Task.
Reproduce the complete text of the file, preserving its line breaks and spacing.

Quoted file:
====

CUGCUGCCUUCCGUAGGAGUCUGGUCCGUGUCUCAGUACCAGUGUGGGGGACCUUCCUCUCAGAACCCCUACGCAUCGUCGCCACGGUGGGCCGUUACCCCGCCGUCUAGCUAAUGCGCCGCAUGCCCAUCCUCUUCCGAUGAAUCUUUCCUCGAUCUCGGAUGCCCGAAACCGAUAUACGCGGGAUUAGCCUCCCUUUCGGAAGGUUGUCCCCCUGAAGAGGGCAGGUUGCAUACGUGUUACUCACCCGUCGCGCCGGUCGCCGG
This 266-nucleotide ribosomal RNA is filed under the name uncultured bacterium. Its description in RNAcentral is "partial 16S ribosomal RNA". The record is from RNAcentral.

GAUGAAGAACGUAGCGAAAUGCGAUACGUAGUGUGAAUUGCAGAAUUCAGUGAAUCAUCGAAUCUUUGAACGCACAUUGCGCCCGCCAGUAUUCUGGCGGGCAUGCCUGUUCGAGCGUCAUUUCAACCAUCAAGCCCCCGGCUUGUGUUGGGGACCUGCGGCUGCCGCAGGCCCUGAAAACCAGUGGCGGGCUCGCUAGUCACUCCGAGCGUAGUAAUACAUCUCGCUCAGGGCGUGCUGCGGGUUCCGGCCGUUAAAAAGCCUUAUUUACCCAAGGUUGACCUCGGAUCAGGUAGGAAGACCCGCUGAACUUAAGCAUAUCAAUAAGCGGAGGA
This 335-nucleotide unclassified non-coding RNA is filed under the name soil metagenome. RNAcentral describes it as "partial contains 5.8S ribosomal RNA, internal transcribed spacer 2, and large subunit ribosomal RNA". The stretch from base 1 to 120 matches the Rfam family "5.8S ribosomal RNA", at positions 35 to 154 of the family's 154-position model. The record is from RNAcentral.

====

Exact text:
CUGCUGCCUUCCGUAGGAGUCUGGUCCGUGUCUCAGUACCAGUGUGGGGGACCUUCCUCUCAGAACCCCUACGCAUCGUCGCCACGGUGGGCCGUUACCCCGCCGUCUAGCUAAUGCGCCGCAUGCCCAUCCUCUUCCGAUGAAUCUUUCCUCGAUCUCGGAUGCCCGAAACCGAUAUACGCGGGAUUAGCCUCCCUUUCGGAAGGUUGUCCCCCUGAAGAGGGCAGGUUGCAUACGUGUUACUCACCCGUCGCGCCGGUCGCCGG
This 266-nucleotide ribosomal RNA is filed under the name uncultured bacterium. Its description in RNAcentral is "partial 16S ribosomal RNA". The record is from RNAcentral.

GAUGAAGAACGUAGCGAAAUGCGAUACGUAGUGUGAAUUGCAGAAUUCAGUGAAUCAUCGAAUCUUUGAACGCACAUUGCGCCCGCCAGUAUUCUGGCGGGCAUGCCUGUUCGAGCGUCAUUUCAACCAUCAAGCCCCCGGCUUGUGUUGGGGACCUGCGGCUGCCGCAGGCCCUGAAAACCAGUGGCGGGCUCGCUAGUCACUCCGAGCGUAGUAAUACAUCUCGCUCAGGGCGUGCUGCGGGUUCCGGCCGUUAAAAAGCCUUAUUUACCCAAGGUUGACCUCGGAUCAGGUAGGAAGACCCGCUGAACUUAAGCAUAUCAAUAAGCGGAGGA
This 335-nucleotide unclassified non-coding RNA is filed under the name soil metagenome. RNAcentral describes it as "partial contains 5.8S ribosomal RNA, internal transcribed spacer 2, and large subunit ribosomal RNA". The stretch from base 1 to 120 matches the Rfam family "5.8S ribosomal RNA", at positions 35 to 154 of the family's 154-position model. The record is from RNAcentral.